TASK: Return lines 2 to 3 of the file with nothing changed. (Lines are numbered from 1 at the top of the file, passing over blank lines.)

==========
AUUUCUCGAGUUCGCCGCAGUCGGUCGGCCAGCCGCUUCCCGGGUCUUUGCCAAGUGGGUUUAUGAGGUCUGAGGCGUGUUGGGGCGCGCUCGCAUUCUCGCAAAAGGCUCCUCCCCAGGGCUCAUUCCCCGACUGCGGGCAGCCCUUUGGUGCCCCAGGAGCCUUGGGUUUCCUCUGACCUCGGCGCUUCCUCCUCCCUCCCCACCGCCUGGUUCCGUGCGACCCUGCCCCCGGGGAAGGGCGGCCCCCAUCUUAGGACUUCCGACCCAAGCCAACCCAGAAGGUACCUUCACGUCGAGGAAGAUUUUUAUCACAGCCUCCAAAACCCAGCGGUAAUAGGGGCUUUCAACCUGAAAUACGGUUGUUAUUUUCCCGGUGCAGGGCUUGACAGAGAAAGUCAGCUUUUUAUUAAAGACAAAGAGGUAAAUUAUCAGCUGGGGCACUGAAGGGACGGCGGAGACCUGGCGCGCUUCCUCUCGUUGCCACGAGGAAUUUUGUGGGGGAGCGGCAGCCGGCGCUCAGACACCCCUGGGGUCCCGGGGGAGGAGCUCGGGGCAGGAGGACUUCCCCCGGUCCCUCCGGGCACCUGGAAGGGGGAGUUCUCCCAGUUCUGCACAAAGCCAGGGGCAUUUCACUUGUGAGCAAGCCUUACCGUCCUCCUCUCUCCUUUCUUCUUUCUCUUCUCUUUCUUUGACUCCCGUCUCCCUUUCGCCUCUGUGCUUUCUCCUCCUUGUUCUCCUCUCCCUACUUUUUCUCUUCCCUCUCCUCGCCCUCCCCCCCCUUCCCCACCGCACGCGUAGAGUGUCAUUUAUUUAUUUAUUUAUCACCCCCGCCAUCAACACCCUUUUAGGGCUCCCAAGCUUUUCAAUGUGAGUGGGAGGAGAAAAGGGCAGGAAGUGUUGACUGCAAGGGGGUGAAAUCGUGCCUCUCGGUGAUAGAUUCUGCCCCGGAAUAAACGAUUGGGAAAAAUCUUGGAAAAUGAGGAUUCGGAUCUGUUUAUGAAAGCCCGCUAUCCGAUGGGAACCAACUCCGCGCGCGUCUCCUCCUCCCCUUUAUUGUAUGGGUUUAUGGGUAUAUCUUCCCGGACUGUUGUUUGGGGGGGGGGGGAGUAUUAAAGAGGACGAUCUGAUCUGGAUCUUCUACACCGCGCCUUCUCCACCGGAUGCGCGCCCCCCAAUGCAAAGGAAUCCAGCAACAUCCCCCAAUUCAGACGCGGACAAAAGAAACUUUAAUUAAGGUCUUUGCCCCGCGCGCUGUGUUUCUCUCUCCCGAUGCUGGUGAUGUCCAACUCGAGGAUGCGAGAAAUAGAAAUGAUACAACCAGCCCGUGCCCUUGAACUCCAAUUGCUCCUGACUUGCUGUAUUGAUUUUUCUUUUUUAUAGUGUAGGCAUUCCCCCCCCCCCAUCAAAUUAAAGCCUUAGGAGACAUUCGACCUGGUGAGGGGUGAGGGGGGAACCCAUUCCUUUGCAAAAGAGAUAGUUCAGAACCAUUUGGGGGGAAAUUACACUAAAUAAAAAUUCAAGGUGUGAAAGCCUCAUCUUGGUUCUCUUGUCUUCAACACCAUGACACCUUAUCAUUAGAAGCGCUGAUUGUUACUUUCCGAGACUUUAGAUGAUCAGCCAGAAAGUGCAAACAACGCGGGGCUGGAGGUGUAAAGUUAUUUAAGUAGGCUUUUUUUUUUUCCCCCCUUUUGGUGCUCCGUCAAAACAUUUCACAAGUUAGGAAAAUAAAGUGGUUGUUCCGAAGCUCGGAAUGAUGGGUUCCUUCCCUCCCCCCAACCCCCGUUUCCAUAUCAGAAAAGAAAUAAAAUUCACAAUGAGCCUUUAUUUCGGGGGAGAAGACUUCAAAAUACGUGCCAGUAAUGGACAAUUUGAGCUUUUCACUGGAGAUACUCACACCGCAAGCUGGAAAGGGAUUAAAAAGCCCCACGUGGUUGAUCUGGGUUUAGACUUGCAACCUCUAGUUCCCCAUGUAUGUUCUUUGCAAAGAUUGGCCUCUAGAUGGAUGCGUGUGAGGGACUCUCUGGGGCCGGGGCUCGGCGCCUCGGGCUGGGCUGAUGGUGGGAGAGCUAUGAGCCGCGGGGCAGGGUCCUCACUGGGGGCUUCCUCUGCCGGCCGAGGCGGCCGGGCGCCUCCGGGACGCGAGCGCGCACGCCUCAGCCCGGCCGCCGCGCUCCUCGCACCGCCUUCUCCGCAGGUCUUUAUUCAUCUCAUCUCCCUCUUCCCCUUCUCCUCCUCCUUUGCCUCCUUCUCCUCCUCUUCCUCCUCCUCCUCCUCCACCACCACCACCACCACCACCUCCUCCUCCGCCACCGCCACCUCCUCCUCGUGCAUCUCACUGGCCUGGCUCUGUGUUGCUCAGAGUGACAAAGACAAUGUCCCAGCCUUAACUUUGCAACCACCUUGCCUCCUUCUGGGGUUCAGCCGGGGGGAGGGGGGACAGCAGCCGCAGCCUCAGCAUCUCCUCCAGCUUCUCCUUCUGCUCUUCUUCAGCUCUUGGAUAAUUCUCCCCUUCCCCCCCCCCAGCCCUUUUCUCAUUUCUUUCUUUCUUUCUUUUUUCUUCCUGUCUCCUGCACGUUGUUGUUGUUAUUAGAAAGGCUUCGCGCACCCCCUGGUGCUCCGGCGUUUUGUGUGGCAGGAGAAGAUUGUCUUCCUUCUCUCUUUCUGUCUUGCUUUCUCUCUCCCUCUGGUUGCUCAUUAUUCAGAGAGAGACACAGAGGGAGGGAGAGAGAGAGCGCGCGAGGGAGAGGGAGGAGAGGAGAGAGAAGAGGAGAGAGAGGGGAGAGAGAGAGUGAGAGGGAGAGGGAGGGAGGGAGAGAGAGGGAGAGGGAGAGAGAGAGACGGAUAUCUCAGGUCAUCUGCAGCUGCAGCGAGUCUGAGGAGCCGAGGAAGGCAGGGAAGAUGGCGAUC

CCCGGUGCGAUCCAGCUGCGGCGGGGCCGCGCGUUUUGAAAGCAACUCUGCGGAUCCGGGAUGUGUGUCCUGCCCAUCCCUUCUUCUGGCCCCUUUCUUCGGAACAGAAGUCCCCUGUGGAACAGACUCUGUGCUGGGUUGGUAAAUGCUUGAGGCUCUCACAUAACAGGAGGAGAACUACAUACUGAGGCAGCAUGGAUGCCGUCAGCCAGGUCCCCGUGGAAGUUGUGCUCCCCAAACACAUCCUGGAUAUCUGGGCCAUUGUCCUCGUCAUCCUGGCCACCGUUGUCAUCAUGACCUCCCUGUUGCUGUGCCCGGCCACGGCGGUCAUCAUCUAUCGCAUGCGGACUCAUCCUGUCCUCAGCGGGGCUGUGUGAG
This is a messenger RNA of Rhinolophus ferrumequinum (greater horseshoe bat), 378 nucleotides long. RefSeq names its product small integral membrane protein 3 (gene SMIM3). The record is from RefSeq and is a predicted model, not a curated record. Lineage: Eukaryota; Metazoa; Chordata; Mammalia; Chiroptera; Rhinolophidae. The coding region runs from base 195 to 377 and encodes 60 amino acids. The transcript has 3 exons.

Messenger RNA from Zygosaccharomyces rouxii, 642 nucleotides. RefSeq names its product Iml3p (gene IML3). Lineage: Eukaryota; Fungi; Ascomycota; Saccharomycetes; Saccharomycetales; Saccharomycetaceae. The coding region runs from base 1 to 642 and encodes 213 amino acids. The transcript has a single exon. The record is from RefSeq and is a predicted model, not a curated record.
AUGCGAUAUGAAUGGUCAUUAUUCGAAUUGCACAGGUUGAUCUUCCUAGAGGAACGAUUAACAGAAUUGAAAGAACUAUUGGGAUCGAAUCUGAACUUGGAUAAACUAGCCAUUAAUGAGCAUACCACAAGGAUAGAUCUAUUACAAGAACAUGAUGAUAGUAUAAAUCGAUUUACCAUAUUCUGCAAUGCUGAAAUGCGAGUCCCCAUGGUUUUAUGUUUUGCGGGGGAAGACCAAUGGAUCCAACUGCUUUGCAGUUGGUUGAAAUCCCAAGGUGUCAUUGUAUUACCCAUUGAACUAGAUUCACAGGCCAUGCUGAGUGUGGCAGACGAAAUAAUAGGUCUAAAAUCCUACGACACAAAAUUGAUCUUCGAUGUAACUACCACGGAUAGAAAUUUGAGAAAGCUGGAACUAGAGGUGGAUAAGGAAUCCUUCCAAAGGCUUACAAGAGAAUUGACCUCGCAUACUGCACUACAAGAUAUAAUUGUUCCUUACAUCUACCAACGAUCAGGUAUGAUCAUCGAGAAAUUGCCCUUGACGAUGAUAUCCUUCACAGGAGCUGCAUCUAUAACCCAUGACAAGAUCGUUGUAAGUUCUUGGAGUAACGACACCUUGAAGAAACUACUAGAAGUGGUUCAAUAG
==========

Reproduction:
CCCGGUGCGAUCCAGCUGCGGCGGGGCCGCGCGUUUUGAAAGCAACUCUGCGGAUCCGGGAUGUGUGUCCUGCCCAUCCCUUCUUCUGGCCCCUUUCUUCGGAACAGAAGUCCCCUGUGGAACAGACUCUGUGCUGGGUUGGUAAAUGCUUGAGGCUCUCACAUAACAGGAGGAGAACUACAUACUGAGGCAGCAUGGAUGCCGUCAGCCAGGUCCCCGUGGAAGUUGUGCUCCCCAAACACAUCCUGGAUAUCUGGGCCAUUGUCCUCGUCAUCCUGGCCACCGUUGUCAUCAUGACCUCCCUGUUGCUGUGCCCGGCCACGGCGGUCAUCAUCUAUCGCAUGCGGACUCAUCCUGUCCUCAGCGGGGCUGUGUGAG
This is a messenger RNA of Rhinolophus ferrumequinum (greater horseshoe bat), 378 nucleotides long. RefSeq names its product small integral membrane protein 3 (gene SMIM3). The record is from RefSeq and is a predicted model, not a curated record. Lineage: Eukaryota; Metazoa; Chordata; Mammalia; Chiroptera; Rhinolophidae. The coding region runs from base 195 to 377 and encodes 60 amino acids. The transcript has 3 exons.